Indeed, it would appear such words are folly, where they are applied inappropriately. Here, Eliphaz’s error is that the LORD is reproving Job for his sins – yet, at the outset of the book of Job, the LORD already stated that Job is without sin. The episodes happening against him are permitted of Satan, to display the LORD’s protection of Job against even the evil one’s doomed schemes – a shadow of the Satan’s greatest scheme against mankind being foiled by the death and resurrection of the Innocent One. V.17 should therefore not describe Job, but describe the Christ – blessed is He who is reproved by the Father, for it is only Christ who is shattered and healed (v.18), not us. To emphasise the Father’s exaltation, v.19 is reminiscent of Proverbs 6:16 – deliverance from six troubles; in seven no evil shall touch you; so also, there are six things that the LORD hates, seven that are an abomination to him. The number seven indicating completeness and rest, the LORD’s day. So his deliverance (as in Job) and his wrath (as in Proverbs) are two sides of the same coin – that on the LORD’s day, likely the Son’s second coming, such deliverance and wrath will be fully realised. Such words, indeed, are true – but true of the Son, and not of Job himself. Eliphaz has quite simply missed “the point” – Jesus.
Thus begins Job’s response – a response which the LORD weighed as accurate of the LORD’s words and intentions (see chapter 42).
Firstly Job does not “blame” Satan – he very much understands that it is the LORD who is sovereign even over the evil one. Thus, it is the LORD’s arrows and poison which are in Job, not Satan’s. Yet, the words of his brothers are described as trecherous (v.15). As Adam Clarke describes, “the approach of Job’s friends promised much of sympathy and compassion; his expectations were raised: but their conduct soon convinced him that they were physicians of no value; therefore he compares them to the deceitful torrents that soon pass away.” Job’s questions are also relentless from v.8 onwards. Just as the caravans of Tema look, and the travelers of Sheba hope – yet are failed:
“The caravans coming from Tema are represented as arriving at those places where it was well known torrents did descend from the mountains, and they were full of expectation that here they could not only slake their thirst, but fill their girbas or water-skins; but when they arrive, they find the waters totally dissipated and lost. In vain did the caravans of Sheba wait for them; they did not reappear: and they were confounded, because they had hoped to find here refreshment and rest.” – Adam Clarke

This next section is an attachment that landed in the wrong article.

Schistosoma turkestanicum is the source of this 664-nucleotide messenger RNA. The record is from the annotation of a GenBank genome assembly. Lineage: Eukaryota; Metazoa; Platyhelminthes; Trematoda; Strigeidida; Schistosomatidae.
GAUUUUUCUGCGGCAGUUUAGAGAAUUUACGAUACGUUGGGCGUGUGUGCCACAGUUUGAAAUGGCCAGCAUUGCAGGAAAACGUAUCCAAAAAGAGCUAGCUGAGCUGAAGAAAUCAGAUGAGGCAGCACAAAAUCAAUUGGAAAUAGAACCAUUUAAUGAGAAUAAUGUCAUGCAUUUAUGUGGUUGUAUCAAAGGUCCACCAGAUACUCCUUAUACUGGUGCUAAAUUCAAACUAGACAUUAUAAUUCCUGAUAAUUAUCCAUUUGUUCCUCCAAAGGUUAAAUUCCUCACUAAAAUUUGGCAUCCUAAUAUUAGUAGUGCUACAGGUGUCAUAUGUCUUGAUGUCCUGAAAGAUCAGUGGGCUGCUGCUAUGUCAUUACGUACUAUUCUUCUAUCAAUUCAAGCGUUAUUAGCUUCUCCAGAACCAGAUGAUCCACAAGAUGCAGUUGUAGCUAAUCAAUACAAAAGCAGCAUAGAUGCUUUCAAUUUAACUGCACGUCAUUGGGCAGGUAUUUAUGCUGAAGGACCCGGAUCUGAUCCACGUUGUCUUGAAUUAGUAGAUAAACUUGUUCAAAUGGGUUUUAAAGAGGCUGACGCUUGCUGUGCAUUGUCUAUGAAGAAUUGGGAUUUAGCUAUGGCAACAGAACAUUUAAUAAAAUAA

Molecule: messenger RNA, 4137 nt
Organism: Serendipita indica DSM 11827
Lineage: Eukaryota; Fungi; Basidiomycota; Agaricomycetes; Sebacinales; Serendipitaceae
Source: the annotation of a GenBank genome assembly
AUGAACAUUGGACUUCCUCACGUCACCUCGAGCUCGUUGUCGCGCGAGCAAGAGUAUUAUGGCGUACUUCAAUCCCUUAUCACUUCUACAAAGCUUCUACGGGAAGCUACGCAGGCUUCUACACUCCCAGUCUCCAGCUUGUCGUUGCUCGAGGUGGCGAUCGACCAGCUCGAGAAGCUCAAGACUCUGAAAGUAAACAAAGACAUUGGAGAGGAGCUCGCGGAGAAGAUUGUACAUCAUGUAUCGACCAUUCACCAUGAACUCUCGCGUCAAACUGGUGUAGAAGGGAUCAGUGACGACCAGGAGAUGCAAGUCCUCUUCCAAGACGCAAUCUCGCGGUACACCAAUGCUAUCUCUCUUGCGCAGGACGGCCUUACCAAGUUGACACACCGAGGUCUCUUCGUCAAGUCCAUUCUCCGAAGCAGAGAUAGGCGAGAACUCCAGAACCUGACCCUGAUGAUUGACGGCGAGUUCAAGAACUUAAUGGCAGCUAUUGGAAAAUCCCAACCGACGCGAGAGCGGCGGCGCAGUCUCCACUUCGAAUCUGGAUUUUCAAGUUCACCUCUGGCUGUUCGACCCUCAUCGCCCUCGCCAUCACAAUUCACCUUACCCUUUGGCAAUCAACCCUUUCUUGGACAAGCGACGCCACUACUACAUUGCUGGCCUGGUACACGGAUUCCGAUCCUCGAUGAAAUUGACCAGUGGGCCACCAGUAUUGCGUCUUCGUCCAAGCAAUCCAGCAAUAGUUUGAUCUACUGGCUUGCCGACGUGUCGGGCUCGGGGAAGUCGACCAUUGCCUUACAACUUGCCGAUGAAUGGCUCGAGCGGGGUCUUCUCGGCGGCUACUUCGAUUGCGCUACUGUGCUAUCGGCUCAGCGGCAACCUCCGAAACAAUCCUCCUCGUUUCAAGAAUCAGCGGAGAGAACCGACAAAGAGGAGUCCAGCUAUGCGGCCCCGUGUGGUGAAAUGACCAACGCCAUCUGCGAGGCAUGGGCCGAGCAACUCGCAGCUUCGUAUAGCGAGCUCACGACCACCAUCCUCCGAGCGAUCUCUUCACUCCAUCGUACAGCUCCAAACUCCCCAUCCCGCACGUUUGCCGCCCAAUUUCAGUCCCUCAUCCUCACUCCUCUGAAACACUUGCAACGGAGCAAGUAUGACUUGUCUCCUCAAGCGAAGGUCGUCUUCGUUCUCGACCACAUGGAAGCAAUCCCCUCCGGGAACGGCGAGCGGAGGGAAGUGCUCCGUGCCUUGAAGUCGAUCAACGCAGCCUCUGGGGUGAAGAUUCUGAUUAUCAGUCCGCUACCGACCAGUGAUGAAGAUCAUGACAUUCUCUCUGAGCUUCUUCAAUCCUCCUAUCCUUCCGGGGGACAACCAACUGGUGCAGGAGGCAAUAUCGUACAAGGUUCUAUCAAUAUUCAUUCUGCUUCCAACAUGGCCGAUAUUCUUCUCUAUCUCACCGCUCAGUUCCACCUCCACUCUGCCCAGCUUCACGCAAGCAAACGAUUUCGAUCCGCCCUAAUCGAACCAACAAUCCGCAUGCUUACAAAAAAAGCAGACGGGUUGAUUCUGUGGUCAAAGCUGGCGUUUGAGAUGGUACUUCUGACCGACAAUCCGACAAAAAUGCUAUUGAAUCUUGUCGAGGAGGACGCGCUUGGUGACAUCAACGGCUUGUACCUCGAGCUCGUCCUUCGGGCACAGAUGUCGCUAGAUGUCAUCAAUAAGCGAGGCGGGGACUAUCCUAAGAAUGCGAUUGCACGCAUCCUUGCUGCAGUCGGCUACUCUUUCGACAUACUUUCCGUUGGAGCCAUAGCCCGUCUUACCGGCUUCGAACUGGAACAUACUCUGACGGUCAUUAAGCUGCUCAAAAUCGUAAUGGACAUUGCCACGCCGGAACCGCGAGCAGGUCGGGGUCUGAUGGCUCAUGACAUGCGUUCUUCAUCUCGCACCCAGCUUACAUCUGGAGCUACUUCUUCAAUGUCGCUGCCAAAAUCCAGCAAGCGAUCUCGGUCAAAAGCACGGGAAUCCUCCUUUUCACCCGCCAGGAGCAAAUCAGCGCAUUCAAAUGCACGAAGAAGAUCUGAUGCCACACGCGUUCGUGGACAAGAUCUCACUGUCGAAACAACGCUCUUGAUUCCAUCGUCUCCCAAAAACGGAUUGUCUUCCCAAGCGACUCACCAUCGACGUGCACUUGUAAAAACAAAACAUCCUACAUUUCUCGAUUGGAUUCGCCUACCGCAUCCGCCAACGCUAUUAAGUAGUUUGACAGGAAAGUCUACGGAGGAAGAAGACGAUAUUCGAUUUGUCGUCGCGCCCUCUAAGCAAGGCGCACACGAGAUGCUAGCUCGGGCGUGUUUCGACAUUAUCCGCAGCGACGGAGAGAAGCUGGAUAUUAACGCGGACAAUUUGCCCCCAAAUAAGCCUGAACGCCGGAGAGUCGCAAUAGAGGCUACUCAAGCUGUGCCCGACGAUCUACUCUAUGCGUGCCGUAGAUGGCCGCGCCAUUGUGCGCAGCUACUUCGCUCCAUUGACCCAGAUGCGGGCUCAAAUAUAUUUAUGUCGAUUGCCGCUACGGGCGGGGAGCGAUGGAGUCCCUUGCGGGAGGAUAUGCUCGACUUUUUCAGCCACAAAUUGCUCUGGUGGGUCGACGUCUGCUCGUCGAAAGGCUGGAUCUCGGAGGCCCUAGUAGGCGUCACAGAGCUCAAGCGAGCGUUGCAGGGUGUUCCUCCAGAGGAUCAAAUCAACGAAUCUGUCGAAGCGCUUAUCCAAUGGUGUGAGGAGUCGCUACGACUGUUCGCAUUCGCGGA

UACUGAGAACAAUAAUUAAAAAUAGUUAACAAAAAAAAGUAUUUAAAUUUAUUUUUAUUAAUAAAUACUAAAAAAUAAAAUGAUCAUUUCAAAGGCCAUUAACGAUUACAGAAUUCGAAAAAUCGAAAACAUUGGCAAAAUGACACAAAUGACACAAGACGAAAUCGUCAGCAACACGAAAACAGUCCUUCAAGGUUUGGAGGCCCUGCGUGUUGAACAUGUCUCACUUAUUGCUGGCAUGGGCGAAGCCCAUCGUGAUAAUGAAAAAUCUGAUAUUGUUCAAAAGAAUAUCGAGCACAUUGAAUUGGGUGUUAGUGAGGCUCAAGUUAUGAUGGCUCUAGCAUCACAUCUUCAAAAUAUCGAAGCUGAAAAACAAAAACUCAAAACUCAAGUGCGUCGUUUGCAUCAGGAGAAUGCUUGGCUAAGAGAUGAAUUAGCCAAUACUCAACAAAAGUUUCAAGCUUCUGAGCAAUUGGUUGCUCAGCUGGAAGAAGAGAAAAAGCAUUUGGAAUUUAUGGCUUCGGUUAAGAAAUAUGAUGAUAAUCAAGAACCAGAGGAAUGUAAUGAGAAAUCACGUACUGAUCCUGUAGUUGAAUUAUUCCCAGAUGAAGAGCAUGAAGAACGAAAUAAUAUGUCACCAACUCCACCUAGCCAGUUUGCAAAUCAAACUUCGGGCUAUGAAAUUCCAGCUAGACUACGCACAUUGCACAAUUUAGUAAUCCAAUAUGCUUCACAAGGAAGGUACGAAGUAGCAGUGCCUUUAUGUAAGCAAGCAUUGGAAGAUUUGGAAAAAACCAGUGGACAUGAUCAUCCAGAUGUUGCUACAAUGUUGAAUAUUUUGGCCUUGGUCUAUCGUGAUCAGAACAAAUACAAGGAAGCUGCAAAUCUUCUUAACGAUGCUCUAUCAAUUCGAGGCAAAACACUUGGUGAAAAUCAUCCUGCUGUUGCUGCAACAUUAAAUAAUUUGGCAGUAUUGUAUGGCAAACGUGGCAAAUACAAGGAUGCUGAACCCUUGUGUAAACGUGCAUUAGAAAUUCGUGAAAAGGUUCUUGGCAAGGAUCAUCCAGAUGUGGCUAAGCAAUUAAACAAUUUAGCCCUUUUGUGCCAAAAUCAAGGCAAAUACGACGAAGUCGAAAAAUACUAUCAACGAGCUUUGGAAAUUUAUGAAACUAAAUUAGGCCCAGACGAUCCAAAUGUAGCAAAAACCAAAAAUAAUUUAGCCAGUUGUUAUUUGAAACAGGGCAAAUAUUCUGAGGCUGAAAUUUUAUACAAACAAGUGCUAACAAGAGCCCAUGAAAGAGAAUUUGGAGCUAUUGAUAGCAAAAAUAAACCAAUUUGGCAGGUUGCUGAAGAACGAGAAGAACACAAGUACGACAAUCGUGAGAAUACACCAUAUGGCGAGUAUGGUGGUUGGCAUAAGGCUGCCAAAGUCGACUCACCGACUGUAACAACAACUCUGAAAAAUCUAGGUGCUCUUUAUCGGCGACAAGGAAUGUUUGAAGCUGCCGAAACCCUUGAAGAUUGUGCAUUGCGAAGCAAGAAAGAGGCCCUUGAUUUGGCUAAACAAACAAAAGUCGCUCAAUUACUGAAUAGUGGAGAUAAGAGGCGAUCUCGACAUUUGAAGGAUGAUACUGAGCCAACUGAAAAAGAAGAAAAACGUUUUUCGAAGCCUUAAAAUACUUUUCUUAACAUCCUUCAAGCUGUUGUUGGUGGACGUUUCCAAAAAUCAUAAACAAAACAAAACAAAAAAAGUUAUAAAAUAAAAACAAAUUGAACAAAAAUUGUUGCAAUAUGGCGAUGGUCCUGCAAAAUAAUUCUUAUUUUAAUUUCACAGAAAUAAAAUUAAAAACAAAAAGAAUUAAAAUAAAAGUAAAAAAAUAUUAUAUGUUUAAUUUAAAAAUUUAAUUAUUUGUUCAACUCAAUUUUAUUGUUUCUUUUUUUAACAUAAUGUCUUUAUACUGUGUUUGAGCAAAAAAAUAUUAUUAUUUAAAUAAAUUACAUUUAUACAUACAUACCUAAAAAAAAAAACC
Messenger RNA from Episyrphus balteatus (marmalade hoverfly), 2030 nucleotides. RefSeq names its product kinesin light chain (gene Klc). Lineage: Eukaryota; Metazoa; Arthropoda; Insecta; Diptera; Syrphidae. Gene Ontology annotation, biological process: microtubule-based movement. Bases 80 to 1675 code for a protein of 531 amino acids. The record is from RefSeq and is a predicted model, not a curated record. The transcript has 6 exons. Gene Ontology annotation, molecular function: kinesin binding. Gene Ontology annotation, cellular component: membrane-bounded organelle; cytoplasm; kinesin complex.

Job challenges his friends. V.22-23
- “Have I said, ‘Make me a gift’? Or,
- ‘From your wealth offer a bribe for me’? Or,
- ‘Deliver me from the adversary’s hand’? Or,
- ‘Redeem me from the hand of the ruthless’?
Indeed, Job states that Eliphaz’s words are misdirected. “How forceful are upright words! But what does reproof from you reprove?” (v.25) – for Job’s speech is that of a despairing man, which is wind. What use is Eliphaz rebuking the wind? (c.f. Mark 4:39 for an accurate rebuke against a storm). Job maintains his righteousness (v.30), as already stated by the LORD at the outset of the book of Job. Adam Clarke states – “As you have proved no fault you have consequently reproved no vice”.
Job changes his tone drastically in chapter 7, for he now emphasises that his life is but a breath (v.16), in line with the end of chapter 6 where he says the words of a despairing man is like wind. He seeks some rest in the midst of his temporary pain (v.13-15), a result of the sin of Adam (v.1). Yet, Job is made a scapegoat of sorts (v.19-21) – when Job is saying that though man goes down to Sheol and does not return (v.9), he is emphasising the weakness that is fallen man. This is the fallen nature of man now, as described by Job in this chapter. Eliphaz is no different from Job in this respect – yet Job at no stage is saying that such iniquities are a result of Job’s sin. Quite the contrary, this is the result of the Fall – experienced equally by Eliphaz and Job. The key question for Eliphaz is this: “Why do you not pardon my transgression and take away my iniquity? For now I shall lie in the earth; you will seek me, but I shall not be.” (v.21) Adam Clarke comments:
“If I have sinned, then why should not I have a part in that mercy that flows so freely to all mankind?
That Job does not criminate himself here, as our text intimates, is evident enough from his own repeated assertions of his innocence. And it is most certain that Bildad, who immediately answers, did not consider him as criminating but as justifying himself; and this is the very ground on which he takes up the subject. Were we to admit the contrary, we should find strange inconsistencies, if not contradictions, in Job’s speeches: on such a ground the controversy must have immediately terminated, as he would then have acknowledged that of which his friends accused him; and here the book of Job would have ended.”
Again, Job states that Eliphaz has missed the point. The Fall caused the period of iniquity; the Son caused the period of new creation. Eliphaz focused on man, but Job focuses on the Son; Eliphaz focused on Job’s sins, but Job focuses on his righteousness in Christ.